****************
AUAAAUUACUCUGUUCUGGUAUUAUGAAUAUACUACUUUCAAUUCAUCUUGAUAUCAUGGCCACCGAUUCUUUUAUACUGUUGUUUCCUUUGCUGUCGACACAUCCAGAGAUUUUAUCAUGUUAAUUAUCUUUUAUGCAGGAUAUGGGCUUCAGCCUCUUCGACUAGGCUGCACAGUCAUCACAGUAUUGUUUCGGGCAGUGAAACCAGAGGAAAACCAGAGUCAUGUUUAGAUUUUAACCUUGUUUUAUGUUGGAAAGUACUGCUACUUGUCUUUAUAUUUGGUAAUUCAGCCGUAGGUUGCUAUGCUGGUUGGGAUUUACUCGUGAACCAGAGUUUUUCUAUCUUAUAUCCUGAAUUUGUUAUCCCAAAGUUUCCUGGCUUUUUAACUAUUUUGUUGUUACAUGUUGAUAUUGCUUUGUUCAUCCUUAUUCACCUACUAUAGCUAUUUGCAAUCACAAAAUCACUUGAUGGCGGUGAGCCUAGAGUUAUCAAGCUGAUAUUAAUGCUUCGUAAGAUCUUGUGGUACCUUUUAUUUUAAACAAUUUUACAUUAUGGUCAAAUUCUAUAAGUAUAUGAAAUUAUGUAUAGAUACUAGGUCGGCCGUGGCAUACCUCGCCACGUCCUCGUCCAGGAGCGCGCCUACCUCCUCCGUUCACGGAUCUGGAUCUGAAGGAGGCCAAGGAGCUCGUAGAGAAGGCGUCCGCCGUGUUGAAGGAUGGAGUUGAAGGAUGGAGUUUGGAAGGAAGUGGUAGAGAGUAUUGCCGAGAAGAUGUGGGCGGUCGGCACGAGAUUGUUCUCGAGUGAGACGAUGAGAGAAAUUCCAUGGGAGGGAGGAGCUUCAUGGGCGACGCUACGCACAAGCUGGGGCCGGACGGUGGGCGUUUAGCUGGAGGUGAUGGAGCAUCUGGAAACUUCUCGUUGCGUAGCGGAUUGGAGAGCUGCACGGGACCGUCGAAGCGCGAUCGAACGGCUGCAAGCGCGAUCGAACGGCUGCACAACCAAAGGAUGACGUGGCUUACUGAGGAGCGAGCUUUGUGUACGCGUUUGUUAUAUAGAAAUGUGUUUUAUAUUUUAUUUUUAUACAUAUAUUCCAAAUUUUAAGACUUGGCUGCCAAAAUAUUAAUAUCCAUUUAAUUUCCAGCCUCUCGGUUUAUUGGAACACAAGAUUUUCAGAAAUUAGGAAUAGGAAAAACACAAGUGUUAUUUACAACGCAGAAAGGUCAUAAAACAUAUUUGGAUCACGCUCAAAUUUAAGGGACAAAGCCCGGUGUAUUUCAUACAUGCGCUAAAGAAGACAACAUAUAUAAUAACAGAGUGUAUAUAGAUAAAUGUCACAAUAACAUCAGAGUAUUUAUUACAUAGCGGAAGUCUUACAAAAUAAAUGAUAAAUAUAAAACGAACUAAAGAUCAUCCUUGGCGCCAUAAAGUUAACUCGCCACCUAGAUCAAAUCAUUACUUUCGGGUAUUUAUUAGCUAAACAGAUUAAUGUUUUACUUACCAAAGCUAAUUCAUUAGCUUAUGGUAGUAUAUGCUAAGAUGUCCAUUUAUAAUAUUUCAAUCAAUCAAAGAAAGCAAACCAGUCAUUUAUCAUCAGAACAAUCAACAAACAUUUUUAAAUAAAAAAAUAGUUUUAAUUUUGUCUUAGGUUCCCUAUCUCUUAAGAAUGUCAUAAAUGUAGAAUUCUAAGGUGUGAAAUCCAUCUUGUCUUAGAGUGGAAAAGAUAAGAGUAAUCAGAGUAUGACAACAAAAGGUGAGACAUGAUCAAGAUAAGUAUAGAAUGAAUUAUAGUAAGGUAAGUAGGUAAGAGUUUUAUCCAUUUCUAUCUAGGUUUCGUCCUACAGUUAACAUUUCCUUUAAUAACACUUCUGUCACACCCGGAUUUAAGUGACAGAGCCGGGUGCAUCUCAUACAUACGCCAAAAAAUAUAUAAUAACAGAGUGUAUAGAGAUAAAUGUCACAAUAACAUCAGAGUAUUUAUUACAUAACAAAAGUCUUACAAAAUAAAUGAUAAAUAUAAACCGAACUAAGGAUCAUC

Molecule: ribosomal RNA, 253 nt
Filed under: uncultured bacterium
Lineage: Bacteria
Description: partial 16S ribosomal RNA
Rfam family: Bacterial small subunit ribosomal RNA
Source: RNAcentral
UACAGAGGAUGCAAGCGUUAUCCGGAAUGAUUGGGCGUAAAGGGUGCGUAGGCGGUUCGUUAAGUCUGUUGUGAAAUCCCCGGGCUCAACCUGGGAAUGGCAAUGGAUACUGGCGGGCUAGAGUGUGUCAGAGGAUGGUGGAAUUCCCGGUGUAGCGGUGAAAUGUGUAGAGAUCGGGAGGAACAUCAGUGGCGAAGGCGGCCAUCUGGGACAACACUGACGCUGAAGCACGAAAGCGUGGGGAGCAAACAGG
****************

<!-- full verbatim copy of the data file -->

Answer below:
AUAAAUUACUCUGUUCUGGUAUUAUGAAUAUACUACUUUCAAUUCAUCUUGAUAUCAUGGCCACCGAUUCUUUUAUACUGUUGUUUCCUUUGCUGUCGACACAUCCAGAGAUUUUAUCAUGUUAAUUAUCUUUUAUGCAGGAUAUGGGCUUCAGCCUCUUCGACUAGGCUGCACAGUCAUCACAGUAUUGUUUCGGGCAGUGAAACCAGAGGAAAACCAGAGUCAUGUUUAGAUUUUAACCUUGUUUUAUGUUGGAAAGUACUGCUACUUGUCUUUAUAUUUGGUAAUUCAGCCGUAGGUUGCUAUGCUGGUUGGGAUUUACUCGUGAACCAGAGUUUUUCUAUCUUAUAUCCUGAAUUUGUUAUCCCAAAGUUUCCUGGCUUUUUAACUAUUUUGUUGUUACAUGUUGAUAUUGCUUUGUUCAUCCUUAUUCACCUACUAUAGCUAUUUGCAAUCACAAAAUCACUUGAUGGCGGUGAGCCUAGAGUUAUCAAGCUGAUAUUAAUGCUUCGUAAGAUCUUGUGGUACCUUUUAUUUUAAACAAUUUUACAUUAUGGUCAAAUUCUAUAAGUAUAUGAAAUUAUGUAUAGAUACUAGGUCGGCCGUGGCAUACCUCGCCACGUCCUCGUCCAGGAGCGCGCCUACCUCCUCCGUUCACGGAUCUGGAUCUGAAGGAGGCCAAGGAGCUCGUAGAGAAGGCGUCCGCCGUGUUGAAGGAUGGAGUUGAAGGAUGGAGUUUGGAAGGAAGUGGUAGAGAGUAUUGCCGAGAAGAUGUGGGCGGUCGGCACGAGAUUGUUCUCGAGUGAGACGAUGAGAGAAAUUCCAUGGGAGGGAGGAGCUUCAUGGGCGACGCUACGCACAAGCUGGGGCCGGACGGUGGGCGUUUAGCUGGAGGUGAUGGAGCAUCUGGAAACUUCUCGUUGCGUAGCGGAUUGGAGAGCUGCACGGGACCGUCGAAGCGCGAUCGAACGGCUGCAAGCGCGAUCGAACGGCUGCACAACCAAAGGAUGACGUGGCUUACUGAGGAGCGAGCUUUGUGUACGCGUUUGUUAUAUAGAAAUGUGUUUUAUAUUUUAUUUUUAUACAUAUAUUCCAAAUUUUAAGACUUGGCUGCCAAAAUAUUAAUAUCCAUUUAAUUUCCAGCCUCUCGGUUUAUUGGAACACAAGAUUUUCAGAAAUUAGGAAUAGGAAAAACACAAGUGUUAUUUACAACGCAGAAAGGUCAUAAAACAUAUUUGGAUCACGCUCAAAUUUAAGGGACAAAGCCCGGUGUAUUUCAUACAUGCGCUAAAGAAGACAACAUAUAUAAUAACAGAGUGUAUAUAGAUAAAUGUCACAAUAACAUCAGAGUAUUUAUUACAUAGCGGAAGUCUUACAAAAUAAAUGAUAAAUAUAAAACGAACUAAAGAUCAUCCUUGGCGCCAUAAAGUUAACUCGCCACCUAGAUCAAAUCAUUACUUUCGGGUAUUUAUUAGCUAAACAGAUUAAUGUUUUACUUACCAAAGCUAAUUCAUUAGCUUAUGGUAGUAUAUGCUAAGAUGUCCAUUUAUAAUAUUUCAAUCAAUCAAAGAAAGCAAACCAGUCAUUUAUCAUCAGAACAAUCAACAAACAUUUUUAAAUAAAAAAAUAGUUUUAAUUUUGUCUUAGGUUCCCUAUCUCUUAAGAAUGUCAUAAAUGUAGAAUUCUAAGGUGUGAAAUCCAUCUUGUCUUAGAGUGGAAAAGAUAAGAGUAAUCAGAGUAUGACAACAAAAGGUGAGACAUGAUCAAGAUAAGUAUAGAAUGAAUUAUAGUAAGGUAAGUAGGUAAGAGUUUUAUCCAUUUCUAUCUAGGUUUCGUCCUACAGUUAACAUUUCCUUUAAUAACACUUCUGUCACACCCGGAUUUAAGUGACAGAGCCGGGUGCAUCUCAUACAUACGCCAAAAAAUAUAUAAUAACAGAGUGUAUAGAGAUAAAUGUCACAAUAACAUCAGAGUAUUUAUUACAUAACAAAAGUCUUACAAAAUAAAUGAUAAAUAUAAACCGAACUAAGGAUCAUC

Molecule: ribosomal RNA, 253 nt
Filed under: uncultured bacterium
Lineage: Bacteria
Description: partial 16S ribosomal RNA
Rfam family: Bacterial small subunit ribosomal RNA
Source: RNAcentral
UACAGAGGAUGCAAGCGUUAUCCGGAAUGAUUGGGCGUAAAGGGUGCGUAGGCGGUUCGUUAAGUCUGUUGUGAAAUCCCCGGGCUCAACCUGGGAAUGGCAAUGGAUACUGGCGGGCUAGAGUGUGUCAGAGGAUGGUGGAAUUCCCGGUGUAGCGGUGAAAUGUGUAGAGAUCGGGAGGAACAUCAGUGGCGAAGGCGGCCAUCUGGGACAACACUGACGCUGAAGCACGAAAGCGUGGGGAGCAAACAGG